Jacked Up Uniforms on iStock
My wild goose chase, well more like a rabbit hole, started when I read an article in The Wall Street Journal online about the U.S. Military. (The U.S. Military’s Weighty Challenge: ‘Skinny-Fat’ Recruits) There was a photo of a Marine in dress blues with a measuring tape photoshopped on the photo. I wanted to find the source photo because it looks like the Marine is slouching in the photo. The article credited iStock.com, so that is where I went.
While on iStock I quickly noticed that several of the uploaders were taking photos of Marines with jacked-up uniforms. Things like missing Marine Corps emblems on the covers, some photos with collar emblems missing, and other strange things.
I’m not sure why the uploader, ‘MTMCOINS‘ removed the Marine Corps emblem from the covers of their Marine models. Then there is the uploader ‘ftwitty‘, who looks like they just picked up a dress blues blouse from a thrift shop and started shooting photos. No wait, they photoshopped the chevrons off the sleeves and it really shows when you enlarge the photo.
For some reason, they went through the trouble to remove the emblems from the camouflaged cover as well as the white barracks cover. I see that they photoshopped out the names on the name tapes as well, and that makes sense, but looks strange.
Assuming that they are actual military members and not just random Joe from the street corner, wearing a surplus uniform from Goodwill. I’m sure that the Corps along with the other branches have some rules or regulations about this. I know that there were regs about some of it when I was in the Corps. What I think is going on is the old internet myth that you can’t wear a military uniform as it is stolen valor. And that is partially correct, but Article 10 U.S. Code § 772, clearly states that:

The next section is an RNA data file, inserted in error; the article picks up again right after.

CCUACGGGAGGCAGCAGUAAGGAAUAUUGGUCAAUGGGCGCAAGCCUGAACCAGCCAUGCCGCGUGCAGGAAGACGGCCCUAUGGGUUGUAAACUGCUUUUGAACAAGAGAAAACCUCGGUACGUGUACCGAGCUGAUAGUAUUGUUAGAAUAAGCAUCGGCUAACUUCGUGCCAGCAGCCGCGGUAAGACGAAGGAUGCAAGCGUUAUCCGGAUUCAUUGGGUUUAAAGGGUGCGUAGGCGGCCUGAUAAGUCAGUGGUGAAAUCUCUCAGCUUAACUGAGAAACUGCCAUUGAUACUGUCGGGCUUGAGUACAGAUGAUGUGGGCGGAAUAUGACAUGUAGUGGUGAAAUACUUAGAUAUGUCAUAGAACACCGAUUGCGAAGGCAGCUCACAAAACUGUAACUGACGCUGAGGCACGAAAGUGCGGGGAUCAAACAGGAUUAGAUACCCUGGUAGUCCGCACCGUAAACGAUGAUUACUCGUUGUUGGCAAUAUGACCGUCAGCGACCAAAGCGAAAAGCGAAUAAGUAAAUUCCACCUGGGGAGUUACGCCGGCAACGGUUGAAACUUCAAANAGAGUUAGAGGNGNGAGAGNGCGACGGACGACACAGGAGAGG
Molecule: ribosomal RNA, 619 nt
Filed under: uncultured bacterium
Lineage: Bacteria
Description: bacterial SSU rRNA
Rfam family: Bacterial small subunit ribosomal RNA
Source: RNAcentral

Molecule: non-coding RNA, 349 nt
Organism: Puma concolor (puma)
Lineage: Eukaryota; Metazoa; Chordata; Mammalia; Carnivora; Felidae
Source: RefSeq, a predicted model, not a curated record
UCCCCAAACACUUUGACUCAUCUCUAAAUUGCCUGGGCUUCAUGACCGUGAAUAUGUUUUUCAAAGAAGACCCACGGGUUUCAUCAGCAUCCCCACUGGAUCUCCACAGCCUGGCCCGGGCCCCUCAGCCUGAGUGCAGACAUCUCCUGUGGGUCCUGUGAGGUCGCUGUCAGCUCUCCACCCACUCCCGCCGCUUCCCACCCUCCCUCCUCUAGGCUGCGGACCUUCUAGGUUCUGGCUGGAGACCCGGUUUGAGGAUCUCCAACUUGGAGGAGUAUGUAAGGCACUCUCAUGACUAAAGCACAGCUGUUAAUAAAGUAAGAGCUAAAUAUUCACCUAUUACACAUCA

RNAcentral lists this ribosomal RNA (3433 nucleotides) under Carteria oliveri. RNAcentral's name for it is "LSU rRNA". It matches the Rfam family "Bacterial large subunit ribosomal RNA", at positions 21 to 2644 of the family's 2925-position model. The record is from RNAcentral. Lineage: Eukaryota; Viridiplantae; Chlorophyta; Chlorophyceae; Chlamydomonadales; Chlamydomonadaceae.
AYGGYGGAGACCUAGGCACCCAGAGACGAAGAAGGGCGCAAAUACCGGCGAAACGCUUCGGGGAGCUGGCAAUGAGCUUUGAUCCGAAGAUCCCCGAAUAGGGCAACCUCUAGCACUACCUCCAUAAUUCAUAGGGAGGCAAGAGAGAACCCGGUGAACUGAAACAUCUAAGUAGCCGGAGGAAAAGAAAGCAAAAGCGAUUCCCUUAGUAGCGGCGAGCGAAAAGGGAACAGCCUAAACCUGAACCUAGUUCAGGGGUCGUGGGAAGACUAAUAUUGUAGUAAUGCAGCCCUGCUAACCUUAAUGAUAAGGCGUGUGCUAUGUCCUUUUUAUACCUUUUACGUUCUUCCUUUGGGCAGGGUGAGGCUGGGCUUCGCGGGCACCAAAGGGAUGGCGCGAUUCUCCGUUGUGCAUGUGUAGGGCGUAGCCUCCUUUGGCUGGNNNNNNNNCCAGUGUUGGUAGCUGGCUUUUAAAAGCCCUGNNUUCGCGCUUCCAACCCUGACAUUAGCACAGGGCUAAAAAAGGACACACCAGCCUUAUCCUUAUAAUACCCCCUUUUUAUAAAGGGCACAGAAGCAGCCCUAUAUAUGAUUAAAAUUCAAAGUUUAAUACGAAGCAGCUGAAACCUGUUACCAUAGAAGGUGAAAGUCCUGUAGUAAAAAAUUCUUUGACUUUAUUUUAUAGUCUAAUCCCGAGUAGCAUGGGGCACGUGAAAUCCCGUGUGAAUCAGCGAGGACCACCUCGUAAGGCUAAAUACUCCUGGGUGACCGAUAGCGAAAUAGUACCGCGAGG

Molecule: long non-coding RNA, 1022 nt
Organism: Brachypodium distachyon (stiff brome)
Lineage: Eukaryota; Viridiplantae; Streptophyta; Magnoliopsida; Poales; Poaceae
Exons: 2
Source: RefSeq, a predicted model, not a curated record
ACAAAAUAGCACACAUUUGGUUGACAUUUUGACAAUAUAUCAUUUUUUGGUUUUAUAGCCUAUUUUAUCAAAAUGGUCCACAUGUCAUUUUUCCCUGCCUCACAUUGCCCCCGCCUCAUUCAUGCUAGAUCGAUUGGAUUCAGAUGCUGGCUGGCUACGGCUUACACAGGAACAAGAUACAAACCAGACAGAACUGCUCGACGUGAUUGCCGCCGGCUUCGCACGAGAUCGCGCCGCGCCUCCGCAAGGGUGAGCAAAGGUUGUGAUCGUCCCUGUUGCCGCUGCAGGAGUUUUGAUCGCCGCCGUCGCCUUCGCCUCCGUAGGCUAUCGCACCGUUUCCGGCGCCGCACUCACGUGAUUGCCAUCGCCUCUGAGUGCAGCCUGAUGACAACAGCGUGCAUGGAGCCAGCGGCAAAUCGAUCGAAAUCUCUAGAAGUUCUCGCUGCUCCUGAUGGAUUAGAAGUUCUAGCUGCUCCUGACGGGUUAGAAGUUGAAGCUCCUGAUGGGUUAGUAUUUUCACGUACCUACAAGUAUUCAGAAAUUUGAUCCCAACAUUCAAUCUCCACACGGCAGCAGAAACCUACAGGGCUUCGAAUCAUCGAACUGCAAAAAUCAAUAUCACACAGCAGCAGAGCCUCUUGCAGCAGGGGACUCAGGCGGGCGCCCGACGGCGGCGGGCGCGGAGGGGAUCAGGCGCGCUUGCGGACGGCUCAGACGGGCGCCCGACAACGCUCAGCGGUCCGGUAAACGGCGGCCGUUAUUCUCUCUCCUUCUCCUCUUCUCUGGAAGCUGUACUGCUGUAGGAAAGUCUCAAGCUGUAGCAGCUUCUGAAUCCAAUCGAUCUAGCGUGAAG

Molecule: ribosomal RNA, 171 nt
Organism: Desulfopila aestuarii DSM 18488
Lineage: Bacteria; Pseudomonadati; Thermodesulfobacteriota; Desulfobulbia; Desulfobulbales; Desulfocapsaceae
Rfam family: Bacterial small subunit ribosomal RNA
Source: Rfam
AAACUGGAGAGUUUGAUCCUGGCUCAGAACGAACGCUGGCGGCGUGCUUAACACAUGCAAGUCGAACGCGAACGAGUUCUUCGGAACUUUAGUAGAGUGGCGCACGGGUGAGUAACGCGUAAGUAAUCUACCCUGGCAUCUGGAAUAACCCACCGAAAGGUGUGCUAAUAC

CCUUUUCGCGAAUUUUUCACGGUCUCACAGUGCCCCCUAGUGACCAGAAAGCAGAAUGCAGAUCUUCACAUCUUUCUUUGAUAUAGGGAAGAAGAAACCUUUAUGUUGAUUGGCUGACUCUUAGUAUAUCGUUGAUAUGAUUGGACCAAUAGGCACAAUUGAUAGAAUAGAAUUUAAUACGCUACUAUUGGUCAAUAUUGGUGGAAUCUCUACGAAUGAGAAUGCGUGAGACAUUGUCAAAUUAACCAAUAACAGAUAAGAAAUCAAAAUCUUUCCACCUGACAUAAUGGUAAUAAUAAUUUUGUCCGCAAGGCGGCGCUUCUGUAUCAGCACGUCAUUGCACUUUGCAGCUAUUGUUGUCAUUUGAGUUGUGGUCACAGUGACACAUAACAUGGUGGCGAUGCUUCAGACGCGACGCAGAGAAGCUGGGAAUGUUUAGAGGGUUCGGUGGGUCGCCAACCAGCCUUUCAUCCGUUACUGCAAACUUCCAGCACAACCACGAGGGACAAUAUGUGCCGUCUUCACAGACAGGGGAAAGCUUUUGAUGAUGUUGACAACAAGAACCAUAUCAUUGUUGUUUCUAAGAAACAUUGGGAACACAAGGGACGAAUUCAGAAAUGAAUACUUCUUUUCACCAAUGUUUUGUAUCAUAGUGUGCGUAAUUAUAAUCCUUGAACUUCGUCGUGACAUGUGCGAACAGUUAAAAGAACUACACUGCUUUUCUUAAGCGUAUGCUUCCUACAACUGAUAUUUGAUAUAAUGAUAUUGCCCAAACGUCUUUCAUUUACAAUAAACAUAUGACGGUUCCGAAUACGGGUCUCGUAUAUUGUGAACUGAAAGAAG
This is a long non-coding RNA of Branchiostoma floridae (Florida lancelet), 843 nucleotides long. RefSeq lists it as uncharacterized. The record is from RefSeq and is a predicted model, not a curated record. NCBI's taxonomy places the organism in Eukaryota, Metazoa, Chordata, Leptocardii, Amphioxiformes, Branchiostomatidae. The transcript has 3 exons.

While portraying a member of the Army, Navy, Air Force, Marine Corps, or Space Force, an actor in a theatrical or motion-picture production may wear the uniform of that armed force if the portrayal does not tend to discredit that armed force. (10 U.S. Code § 772 – When wearing by persons not on active duty authorized)
This means that you can hire a model and have them wear a U.S. military member for a photo shoot.
It really makes the photos look silly, but I guess to the untrained eye, it looks good. I mean I picked up on the missing cover emblem in seconds looking at the first photo. The same applies to the collar emblems and the chevrons.
Now back to the rabbit hole and the original photo from the Wall Street Journal. I did a quick reverse image search on Google and found the photo in question, and no, he wasn’t slouching, he was laughing and the photographer snapped the photo and it made him look like he was slouching. The original photo complete with the head really makes the image look different. (original & Orignal WSJ)
If you want to read more about using military uniforms in art, here is a great post on Task and Purpose. No, Hollywood is not required to screw up military uniforms
The four above photos are available on iStock.com and other stock photo websites. The cover emblems have been photoshopped out (removed). – Click each photo to enlarge
The eight above photos are available on iStock.com and other stock photo websites. The cover emblems have been photoshopped out (removed). – Click each photo to enlarge
And if you are on iStock looking for a female Marine, make sure you misspell Marine like “Maine“.